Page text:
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Selected elearning Tweets feed

Have you seen the embedded Tweets on the home page here? I handpick them, every other day or so, selecting from elearning thought leaders and little-known smart folks sharing good links. Occasionally I throw in a student’s Tweet, often some impulsive blurt betraying boredom or frustration—or dishonesty (“I’ll pay someone to do this stupid online class”), you know, just to keep it real. You can get lost up there in that lofty idealistic ivory cloud tower. 

You are welcome to use the RSS feed, but be warned I may make it more programmatic at some point rather than merely copying and pasting Twitter’s standard embed code into entries in my CMS and generating a special feed for their category. So, let me know in the comments if you are using it, and I’ll let you know when/if I change it. 


Typing into an outliner while speaking

OPML editorWriting into an outliner while lecturing would be a nice lightweight replacement for an online whiteboard, wouldn’t it? (You may have to wait for the screencast at that page to load; it’s just an .mov file.)

When Dave Winer, developer of the OPML Editor and the format, answers me in his comment thread, saying it’s nothing new, I don’t believe he’s saying the technique has been used in online courses, but maybe. Probably he refers to tech biz workgroups and blogger meetings. It’s been used in at least one BloggerCon to display a notetaker’s (or technographer’s) outline of the presentation for the room, and to make a record of what has been discussed.

Student notetaking

It seems to me live outlining would be not only a great replacement for whiteboards or Powerpoints in lectures, but as a byproduct, it would show students how to take notes. You’d change it as you speak, unlike a Powerpoint which is meant to be static. I think it’s discouraging for any instructor or presenter—online or off—to know that many students’ notes consist of nothing but every word copied from every slide.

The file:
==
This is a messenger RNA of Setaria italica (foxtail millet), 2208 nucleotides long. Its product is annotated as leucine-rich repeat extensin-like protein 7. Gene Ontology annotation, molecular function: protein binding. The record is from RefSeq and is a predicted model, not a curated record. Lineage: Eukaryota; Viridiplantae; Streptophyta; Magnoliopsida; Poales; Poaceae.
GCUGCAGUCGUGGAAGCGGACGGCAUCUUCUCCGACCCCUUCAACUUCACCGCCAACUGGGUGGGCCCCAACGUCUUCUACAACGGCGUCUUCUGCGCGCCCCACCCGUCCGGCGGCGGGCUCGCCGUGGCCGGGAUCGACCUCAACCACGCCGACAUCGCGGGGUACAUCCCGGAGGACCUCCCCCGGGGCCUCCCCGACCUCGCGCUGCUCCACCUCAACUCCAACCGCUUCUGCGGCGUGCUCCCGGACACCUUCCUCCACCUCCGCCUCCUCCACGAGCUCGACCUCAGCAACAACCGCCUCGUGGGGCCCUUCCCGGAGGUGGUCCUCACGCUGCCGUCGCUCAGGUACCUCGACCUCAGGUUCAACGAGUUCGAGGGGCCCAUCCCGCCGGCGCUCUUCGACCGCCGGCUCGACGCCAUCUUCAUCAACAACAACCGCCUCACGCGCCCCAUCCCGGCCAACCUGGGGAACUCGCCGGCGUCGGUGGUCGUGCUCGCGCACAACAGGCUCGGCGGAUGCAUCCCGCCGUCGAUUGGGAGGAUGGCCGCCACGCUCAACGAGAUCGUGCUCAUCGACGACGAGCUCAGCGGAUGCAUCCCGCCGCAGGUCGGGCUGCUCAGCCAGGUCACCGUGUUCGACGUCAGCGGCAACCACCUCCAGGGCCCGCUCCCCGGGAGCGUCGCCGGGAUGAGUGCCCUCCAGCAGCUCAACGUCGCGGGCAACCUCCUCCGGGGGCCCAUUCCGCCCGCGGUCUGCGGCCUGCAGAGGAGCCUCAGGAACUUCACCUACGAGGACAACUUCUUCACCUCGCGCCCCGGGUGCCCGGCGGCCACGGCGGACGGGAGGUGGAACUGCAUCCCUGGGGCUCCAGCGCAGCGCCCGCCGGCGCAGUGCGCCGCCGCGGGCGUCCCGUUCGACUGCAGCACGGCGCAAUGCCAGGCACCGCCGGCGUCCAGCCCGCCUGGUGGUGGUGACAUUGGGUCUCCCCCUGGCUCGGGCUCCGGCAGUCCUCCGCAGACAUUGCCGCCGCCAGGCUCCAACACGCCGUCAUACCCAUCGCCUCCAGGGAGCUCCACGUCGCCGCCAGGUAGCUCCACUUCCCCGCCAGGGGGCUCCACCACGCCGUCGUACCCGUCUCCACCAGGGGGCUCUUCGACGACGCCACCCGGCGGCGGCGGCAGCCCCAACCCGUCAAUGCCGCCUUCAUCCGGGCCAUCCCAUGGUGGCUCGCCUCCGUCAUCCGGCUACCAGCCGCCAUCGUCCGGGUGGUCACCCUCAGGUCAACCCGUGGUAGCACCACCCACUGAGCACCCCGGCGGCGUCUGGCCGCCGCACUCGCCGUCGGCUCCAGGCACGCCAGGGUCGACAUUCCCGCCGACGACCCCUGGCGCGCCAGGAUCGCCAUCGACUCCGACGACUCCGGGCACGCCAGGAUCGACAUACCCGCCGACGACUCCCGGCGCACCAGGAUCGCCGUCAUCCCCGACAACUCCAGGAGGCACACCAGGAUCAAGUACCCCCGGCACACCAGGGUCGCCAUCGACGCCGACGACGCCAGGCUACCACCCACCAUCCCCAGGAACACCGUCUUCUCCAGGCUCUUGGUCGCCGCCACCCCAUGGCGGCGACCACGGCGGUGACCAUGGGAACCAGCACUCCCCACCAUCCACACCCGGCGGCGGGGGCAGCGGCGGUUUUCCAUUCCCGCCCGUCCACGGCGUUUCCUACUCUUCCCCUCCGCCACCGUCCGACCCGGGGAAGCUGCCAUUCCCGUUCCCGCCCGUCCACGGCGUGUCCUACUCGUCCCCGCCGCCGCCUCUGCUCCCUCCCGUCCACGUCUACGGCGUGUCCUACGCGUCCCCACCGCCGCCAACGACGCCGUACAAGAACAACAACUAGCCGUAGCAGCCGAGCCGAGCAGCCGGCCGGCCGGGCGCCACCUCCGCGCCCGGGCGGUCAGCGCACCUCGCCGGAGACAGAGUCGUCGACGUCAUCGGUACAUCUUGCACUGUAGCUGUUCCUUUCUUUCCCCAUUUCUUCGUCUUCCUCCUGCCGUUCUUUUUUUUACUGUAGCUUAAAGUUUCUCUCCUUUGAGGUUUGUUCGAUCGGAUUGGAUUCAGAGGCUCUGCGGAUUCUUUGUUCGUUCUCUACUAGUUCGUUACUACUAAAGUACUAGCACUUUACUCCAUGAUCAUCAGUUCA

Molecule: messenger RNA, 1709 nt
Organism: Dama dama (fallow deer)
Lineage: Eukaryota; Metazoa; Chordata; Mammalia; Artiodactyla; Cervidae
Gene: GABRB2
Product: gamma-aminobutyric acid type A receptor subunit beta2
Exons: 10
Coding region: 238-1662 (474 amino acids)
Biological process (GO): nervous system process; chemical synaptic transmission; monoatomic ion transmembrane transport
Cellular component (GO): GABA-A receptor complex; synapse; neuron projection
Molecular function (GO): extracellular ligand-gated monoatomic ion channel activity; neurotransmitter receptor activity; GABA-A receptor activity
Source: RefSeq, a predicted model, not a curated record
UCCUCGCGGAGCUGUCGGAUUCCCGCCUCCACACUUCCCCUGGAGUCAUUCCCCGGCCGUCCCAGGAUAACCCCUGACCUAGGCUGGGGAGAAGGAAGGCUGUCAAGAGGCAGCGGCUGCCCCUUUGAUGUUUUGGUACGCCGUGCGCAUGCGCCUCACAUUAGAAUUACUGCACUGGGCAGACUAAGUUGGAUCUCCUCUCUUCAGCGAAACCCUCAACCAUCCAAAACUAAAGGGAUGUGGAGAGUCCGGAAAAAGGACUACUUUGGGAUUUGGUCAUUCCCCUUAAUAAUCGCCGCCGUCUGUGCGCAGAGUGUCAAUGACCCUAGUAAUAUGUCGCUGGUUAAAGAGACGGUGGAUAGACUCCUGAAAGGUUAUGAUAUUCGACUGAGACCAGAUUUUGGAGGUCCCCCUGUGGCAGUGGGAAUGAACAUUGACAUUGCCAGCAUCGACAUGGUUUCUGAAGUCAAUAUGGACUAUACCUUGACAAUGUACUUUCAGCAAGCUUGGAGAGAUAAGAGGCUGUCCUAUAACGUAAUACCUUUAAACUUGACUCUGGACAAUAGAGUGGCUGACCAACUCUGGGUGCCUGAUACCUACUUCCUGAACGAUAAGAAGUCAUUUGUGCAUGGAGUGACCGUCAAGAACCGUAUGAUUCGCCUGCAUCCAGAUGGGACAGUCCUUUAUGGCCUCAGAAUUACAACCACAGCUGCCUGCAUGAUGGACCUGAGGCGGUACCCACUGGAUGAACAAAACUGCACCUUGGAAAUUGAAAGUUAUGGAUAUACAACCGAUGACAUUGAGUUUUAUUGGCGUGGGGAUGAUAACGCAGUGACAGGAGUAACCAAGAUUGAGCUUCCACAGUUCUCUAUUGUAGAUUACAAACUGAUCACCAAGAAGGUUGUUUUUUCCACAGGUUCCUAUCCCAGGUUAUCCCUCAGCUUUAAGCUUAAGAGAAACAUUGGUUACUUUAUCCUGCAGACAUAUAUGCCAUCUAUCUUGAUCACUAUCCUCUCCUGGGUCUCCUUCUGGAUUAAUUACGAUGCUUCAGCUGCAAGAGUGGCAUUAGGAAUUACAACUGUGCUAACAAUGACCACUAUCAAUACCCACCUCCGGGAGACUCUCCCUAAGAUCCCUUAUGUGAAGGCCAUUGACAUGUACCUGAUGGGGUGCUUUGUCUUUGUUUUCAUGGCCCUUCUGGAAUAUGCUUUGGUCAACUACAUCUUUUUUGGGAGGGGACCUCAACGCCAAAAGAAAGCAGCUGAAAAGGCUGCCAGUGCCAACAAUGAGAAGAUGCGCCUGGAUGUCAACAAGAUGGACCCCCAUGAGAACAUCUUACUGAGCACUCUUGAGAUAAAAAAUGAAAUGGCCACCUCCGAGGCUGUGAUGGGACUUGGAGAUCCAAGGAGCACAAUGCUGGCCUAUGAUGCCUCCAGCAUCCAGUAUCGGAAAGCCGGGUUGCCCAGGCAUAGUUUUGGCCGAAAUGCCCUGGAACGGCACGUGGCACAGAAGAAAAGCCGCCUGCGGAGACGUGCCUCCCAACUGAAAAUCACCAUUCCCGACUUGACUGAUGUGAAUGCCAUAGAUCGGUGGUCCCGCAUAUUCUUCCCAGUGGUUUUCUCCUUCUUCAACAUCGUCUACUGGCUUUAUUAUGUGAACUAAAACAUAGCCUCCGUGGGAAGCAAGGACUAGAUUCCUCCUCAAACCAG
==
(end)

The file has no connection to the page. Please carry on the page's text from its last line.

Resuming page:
It would be mildly sadistic fun to watch students dutifully copying a section of an outline, only to hear the lecturer say, “Oops, no—the hierarchy would really be more like this,” and bloop, change the whole shape of the node in a stroke. Then the erasers would come out and you can imagine a flurry of wagging elbows and frowns as the notetakers scramble to accommodate the new form of the concept under discussion.

In some situations you could assign students to handle the lecture notetaking and display it in real time. Rotate the responsibility, and pause to invite other students to suggest changes before moving on to the next topic. It’s challenging work to listen, understand, summarize on the fly and to know the output is right there for all to see; takes every available neuron. I’ve done it in brainstorming meetings, and don’t care for the chore since it means I won’t be able to spare a bit of my attention to adding my own ideas to the storm!

A close cousin

Of course many educators love and already use mindmapping tools, and if you’re adept with your tool of choice, you could use it to illustrate a lecture on the fly. I don’t know if any of the tools output to OPML, but they should, since they are nothing if they’re not outlines. Notice when you export a Bubbl.us sheet to the webpage outline type, darned if it isn’t an extra-pretty text outline, not so different from the OPML Editor’s HTML output without the nice expand/collapse feature.

Made for each other

Beyond the utility of the editor software as a tool for providing a live, thinking visual, the OPML format itself has inherent ties to elearning, I’ve always thought—probably in all kinds of ways I can’t exactly put my finger on. For one thing, a SCORM manifest is XML using a hierarchical structure, just as OPML is.

Update (6/6): Dave’s recorded another one: Outliner Screencast #2, talking about history, uses and users of outlines, and introducing an alpha mashup of outlines published to the web with Disqus comments. I’m in awe of a brain that can write a scripting language. I should be embarrassed to even try to talk to him about his work, but I do anyway.